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-   -   roofing felt (http://www.diychatroom.com/f9/roofing-felt-7938/)

farrington135 04-21-2007 08:52 PM

roofing felt
 
Hello everyone. While a section of roof on my neighbors house was being repaired today I noticed the roofer didn't run the felt up the side of the house 3" from the roof like I was taught. He butted it against the sheathing. I told my neighbor to say something to the guy about it since we were standing right there and he hadn't done any nailing yet. The roofers response was "that's what flashing is for" and kept on working. I thought it was an important step. Am I wrong?

RooferJim 04-22-2007 12:52 AM

Your right. we would run ice & water shield on all roof the wall junctures rather than felt "better protection"
underlayment "felt or I&W " is usually code and manufactures specs. make him do it right

RooferJim
www.jbennetteroofing.com

roofboy 04-22-2007 12:52 AM

Hello,

In the twenty years that I have roofed I never run felt up the wall. I butt the wall. Ice and Water goes up the wall at least one foot. IMO there is nothing wrong not going up the wall. Different strokes for different folks.
As long as the step flashing and the head wall flashing are done correctly there should not be a problem.

Keith

AaronB 04-22-2007 09:54 AM

We do not rely on ice and water shield to weatherproof our penetrations...it simply isnt necessary if you know how to roof.

In today's roofing market, much of the skilled labor has been replaced by "quick fix" types of products. Ice and water will certainly do the trick, but it is a sad state of affairs.

Do the flashings properly and you needn't worry about the felt turning up, nor IWS.

Ed the Roofer 04-22-2007 01:53 PM

If the opportunity to add additional protection and peace of mind assurance is available, then utilize the ice and water shield membrane to run from the roof deck sheathing to about one foot up the wall.

Aaron is correct about the incompetant state of affairs by most installers in todays world, but the flashings must be done correctly, especially at the bottom corner and at the top of the wall intersection, where it abutts the dormers overhanging soffit.

Ed

RooferJim 04-22-2007 01:58 PM

I beg to differ. underlayments "though not magical like some guys think" serves an important purpose as a roof and flashings last line of defence against wind blown vertical rain as well as ice back up. there is a reason for codes and specs. you guys that dont use it or argue the point show me you have had bad training and or fools council. I agree thats its sad state of affairs and there is much of this in the roofing trade when people are trained by hacks with bad habits and then think its the right way.

RooferJim
www.jbennetteroofing.com

AaronB 04-23-2007 08:11 AM

I am not saying not to follow codes, not once have I ever mentioned that.

There have been non-leaky roofs much longer than there has been IWS. Then, of course, roofers knew how to roof, and not simply place peel n stick products all over everything and puff their chests out as if they had any real skills.

I say use it, but do not make that your excuse not to do things right.

RooferJim 04-23-2007 01:35 PM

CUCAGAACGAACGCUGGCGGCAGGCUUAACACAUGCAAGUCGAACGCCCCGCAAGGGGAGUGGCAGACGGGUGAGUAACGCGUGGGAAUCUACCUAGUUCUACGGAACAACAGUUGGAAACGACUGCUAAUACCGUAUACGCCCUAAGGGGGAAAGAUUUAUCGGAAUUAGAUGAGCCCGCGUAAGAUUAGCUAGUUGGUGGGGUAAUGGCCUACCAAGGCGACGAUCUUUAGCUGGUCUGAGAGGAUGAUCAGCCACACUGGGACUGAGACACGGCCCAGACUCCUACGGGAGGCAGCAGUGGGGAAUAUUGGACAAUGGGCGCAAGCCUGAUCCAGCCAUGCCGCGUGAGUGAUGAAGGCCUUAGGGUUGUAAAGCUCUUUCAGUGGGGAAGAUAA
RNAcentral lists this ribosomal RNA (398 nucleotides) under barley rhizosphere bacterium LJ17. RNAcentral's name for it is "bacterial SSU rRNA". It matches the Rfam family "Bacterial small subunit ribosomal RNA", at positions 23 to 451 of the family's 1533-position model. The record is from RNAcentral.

I agree, underlayment plays an even more critical role on clay tile roofs that by nature are not very water tight. before I&W we used heavy felt, we used to fold it with a crease to go up the wall and sit nice in a vally.

RooferJim

MJW 04-24-2007 09:01 PM

No need to run it up the walls IMO. Have done it before, but most of the time it breaks or tears.
The main thing to worry about is the siders doing it correctly. House warp should be overlapped and taped to the flashings. Most of these leaks are from siders. I know, because I do both and have seen it done wrong many times.

RooferJim 04-26-2007 10:15 PM

Felt wont break and tear if you crease it. If you dont run it up the wall why use it at all? just cut all the corners while your at it.

RooferJim

MJW 04-27-2007 08:02 AM

Again, not right or wrong. I wrote "IMO" and that's that. It's a difference of opinion, not right or wrong. I have never seen this as a code.

If the siders do their job right, it will never leak.

RooferJim 04-27-2007 10:09 AM

I would say right and wrong for sure. why would you cut corners and have no underlayment on the most critical roof area aka "the flashing wall juncture" ? maybee your in a mild climate and anything goes, you would have to be retrained if you roofed in the northeast. Full underlayment is certainly code in most places and of course good roofing practice But different strokes for different folks, bad roofing will lead to more work in the roofing industry and job security if you will, I just feel bad for the people that bought a new roof and didnt get there moneys worth from it.

RooferJim

MJW 04-27-2007 08:47 PM

Can you tell me what code you are going by? We have the IRC code, which I thought was from Canada.
We don't get strong weather? We can have 100 degree days, 3 feet of snow in one day, and we are in the belt of high storms and hail. I can show a map if you like.

Ed the Roofer 04-27-2007 09:26 PM

I just say, if the opportunity is there to provide the added protection, then do it.

I would install a strip of Grace I & W Shield from the decking to the wall transition area, not to hide any defective workmanship, and rely on that membranes weather-proofing capabilities, but to just do a better job than is expected.

Ed

RooferJim 04-28-2007 12:11 AM

Its just hard to believe that you can attempt to debate the logic of having somthing as critical as flashing work installed on bare sheathing with no felt or ice shield underlayment. amazing

RooferJim


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